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Sandstorm is the best kind of reportage: humane, historically-informed and full of details that only a writer close to the action could have noticed. The overthrow of Muammar Gaddafi has been one of the twenty-first century's defining moments: the Arab world's most bizarre dictator brought down by his own people with the aid of NATO aircraft.

Lindsey Hilsum was in Libya when Gaddafi met his squalid end. She traces the history of his strange regime from its beginnings - when Gaddafi had looks, charisma and popular appeal - to its paranoid, corrupt final state. At the heart of her book, however, is a brilliant narrative of Libyan people overcoming fear and disillusionment and finding the strength to rebel. Hilsum follows five of them through months of terror and tragedy.

This is the Libyan revolution as it was made and lived. Sandstorm will take its place in a library of classic books about turning points of history.

From Publishers Weekly

30 April 2012 – Journalist Hilsum, international editor for Britain s Channel 4 News, draws on her reporting from the front lines of Libya s 2011 revolution for this dramatic account. Inspired by Arab Spring uprisings in Tunisia and Egypt, Libyans took to the streets in February 2011 to challenge strongman Muammar Gaddafi s forty-two years of brutal and capricious rule. Over the next eight months of revolutionary conflict, the author made four trips to Libya to cover the turmoil. Embedded with the rebels, she reports the conflict almost exclusively from their vantage point. However, she is careful not to romanticize them or the revolution itself. Hilsum s portrait of Gaddafi s four decades of misrule and support for militant and terror groups is devastating, but the opposition is far from pristine. She reports that the rebels early war effort was a shambles and was only reversed with foreign military intervention. She uncovers evidence of revenge killing and random violence among the victorious rebel factions, and warns that the Islamists are in a position to dominate the June 2012 elections for a new constituent assembly. Hilsum concludes with a warning that contrary to Western hopes for a democratic outcome, the new Libya was a blank canvas. Though it s too soon for a definitive account of the Libyan revolution, Hilsum s early assessment is a timely first draft.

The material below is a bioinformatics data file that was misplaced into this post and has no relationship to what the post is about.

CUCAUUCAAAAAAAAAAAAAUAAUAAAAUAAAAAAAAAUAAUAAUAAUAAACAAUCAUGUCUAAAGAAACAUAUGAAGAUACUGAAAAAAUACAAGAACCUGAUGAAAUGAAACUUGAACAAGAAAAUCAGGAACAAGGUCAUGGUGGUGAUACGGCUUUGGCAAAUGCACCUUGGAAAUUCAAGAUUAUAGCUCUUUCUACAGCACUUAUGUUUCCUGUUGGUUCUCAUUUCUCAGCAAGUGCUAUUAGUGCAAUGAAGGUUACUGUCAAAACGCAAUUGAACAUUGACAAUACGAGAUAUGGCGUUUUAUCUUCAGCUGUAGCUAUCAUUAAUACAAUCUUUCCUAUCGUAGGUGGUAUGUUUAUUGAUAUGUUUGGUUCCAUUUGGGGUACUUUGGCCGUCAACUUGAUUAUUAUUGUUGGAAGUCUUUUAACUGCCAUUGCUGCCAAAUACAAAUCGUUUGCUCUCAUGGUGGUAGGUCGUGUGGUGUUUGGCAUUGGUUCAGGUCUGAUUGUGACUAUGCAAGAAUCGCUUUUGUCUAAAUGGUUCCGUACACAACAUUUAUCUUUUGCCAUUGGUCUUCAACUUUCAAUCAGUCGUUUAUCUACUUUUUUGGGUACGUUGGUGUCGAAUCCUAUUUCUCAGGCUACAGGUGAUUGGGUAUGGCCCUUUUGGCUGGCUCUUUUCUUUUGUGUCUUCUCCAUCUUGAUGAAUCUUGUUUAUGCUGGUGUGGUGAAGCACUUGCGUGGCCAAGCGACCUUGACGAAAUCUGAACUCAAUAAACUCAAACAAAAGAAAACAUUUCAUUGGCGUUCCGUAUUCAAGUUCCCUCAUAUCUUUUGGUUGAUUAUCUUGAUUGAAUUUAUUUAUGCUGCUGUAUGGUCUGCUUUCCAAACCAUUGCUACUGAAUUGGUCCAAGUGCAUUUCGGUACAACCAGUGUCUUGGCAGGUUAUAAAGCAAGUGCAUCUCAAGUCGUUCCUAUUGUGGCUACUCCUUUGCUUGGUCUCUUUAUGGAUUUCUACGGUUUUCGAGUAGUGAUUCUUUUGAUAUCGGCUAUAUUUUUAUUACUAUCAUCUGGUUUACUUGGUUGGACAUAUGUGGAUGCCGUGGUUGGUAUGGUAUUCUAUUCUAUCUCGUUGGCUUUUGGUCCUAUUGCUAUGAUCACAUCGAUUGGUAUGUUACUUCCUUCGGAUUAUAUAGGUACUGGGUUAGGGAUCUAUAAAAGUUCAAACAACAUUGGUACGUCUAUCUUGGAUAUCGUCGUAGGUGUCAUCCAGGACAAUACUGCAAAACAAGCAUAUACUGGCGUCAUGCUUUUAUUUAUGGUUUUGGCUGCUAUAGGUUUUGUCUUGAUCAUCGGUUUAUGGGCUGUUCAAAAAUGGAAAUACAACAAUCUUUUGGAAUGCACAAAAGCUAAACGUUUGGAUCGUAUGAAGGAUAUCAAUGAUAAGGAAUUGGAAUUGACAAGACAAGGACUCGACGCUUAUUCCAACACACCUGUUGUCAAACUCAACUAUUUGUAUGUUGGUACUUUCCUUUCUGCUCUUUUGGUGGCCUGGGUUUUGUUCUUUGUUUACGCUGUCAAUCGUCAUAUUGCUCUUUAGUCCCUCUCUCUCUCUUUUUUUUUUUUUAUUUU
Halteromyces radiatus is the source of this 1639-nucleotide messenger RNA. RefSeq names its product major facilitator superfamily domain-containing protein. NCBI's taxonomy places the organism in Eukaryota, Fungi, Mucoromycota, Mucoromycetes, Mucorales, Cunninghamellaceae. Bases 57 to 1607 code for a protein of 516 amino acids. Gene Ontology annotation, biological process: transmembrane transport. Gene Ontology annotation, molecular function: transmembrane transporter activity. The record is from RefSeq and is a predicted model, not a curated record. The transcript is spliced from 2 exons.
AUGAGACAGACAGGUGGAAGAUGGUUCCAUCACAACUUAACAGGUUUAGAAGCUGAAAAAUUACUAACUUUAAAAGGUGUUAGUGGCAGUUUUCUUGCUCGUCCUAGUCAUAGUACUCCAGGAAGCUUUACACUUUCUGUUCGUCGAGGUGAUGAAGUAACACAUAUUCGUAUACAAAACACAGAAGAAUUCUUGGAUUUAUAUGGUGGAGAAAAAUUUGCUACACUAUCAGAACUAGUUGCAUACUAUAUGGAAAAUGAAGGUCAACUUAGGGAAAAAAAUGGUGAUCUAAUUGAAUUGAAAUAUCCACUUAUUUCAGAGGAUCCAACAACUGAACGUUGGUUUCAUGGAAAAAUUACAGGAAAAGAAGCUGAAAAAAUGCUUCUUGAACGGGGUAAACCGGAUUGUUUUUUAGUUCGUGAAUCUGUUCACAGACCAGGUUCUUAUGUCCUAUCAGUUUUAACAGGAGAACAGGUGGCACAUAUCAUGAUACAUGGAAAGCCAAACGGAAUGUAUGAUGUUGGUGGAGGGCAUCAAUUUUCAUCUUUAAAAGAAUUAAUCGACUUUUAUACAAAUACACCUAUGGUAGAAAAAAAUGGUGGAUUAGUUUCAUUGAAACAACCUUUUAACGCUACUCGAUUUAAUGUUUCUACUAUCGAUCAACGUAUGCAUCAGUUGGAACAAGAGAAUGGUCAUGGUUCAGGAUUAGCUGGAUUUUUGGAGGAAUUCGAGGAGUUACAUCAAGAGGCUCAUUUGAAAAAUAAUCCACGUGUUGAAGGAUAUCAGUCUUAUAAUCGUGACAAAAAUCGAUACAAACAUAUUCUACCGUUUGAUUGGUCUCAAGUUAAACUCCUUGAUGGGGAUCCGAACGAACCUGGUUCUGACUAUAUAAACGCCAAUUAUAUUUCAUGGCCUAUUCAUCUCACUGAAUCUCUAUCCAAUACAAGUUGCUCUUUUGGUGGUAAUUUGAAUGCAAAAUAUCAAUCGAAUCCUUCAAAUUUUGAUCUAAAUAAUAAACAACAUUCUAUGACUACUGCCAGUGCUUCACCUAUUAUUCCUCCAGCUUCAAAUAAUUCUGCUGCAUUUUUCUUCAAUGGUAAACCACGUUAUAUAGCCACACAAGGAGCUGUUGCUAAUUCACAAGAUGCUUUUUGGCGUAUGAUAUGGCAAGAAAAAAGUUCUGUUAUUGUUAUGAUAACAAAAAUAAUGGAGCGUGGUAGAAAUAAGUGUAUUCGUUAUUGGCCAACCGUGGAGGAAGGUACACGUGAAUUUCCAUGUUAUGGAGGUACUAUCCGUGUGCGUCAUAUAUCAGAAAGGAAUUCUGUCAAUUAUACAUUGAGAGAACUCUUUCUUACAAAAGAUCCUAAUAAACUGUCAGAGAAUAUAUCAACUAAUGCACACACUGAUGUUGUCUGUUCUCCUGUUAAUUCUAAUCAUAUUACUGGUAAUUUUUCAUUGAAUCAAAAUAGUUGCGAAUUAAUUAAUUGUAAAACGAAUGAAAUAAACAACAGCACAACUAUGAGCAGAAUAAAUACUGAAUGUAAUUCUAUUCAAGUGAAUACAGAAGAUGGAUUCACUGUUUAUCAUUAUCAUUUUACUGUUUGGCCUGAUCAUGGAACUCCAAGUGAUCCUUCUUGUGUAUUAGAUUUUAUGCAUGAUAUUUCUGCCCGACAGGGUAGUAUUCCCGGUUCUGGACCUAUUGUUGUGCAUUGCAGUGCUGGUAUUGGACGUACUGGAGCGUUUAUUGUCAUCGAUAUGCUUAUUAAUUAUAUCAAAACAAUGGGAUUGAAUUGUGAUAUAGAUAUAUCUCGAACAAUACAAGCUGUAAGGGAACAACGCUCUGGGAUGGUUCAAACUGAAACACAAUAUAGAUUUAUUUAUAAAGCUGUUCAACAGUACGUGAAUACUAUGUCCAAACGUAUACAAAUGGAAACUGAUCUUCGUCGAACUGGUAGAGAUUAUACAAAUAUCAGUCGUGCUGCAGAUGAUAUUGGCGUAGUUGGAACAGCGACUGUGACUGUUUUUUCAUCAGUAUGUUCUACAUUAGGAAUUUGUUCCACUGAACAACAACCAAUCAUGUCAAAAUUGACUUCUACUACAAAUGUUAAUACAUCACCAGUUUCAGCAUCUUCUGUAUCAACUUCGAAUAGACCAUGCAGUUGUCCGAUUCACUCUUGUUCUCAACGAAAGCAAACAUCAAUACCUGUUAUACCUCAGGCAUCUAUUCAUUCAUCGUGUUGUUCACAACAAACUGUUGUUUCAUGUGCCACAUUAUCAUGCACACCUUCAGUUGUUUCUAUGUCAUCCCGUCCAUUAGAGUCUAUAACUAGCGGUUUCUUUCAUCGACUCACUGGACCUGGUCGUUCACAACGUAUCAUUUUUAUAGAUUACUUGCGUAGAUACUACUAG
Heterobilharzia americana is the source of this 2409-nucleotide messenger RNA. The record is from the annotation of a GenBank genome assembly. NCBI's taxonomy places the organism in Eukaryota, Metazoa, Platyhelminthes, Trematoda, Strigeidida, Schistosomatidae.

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  • £9.99
  • Available on iPhone, iPad, iPod touch, and Mac.
  • Category: Africa
  • Published: 03 April 2012
  • Publisher: Faber & Faber
  • Print Length: 336 Pages
  • Language: English
  • Requirements: To view this book, you must have an iOS device with iBooks 1.3.1 or later and iOS 4.3.3 or later, or a Mac with iBooks 1.0 or later and OS X 10.9 or later.

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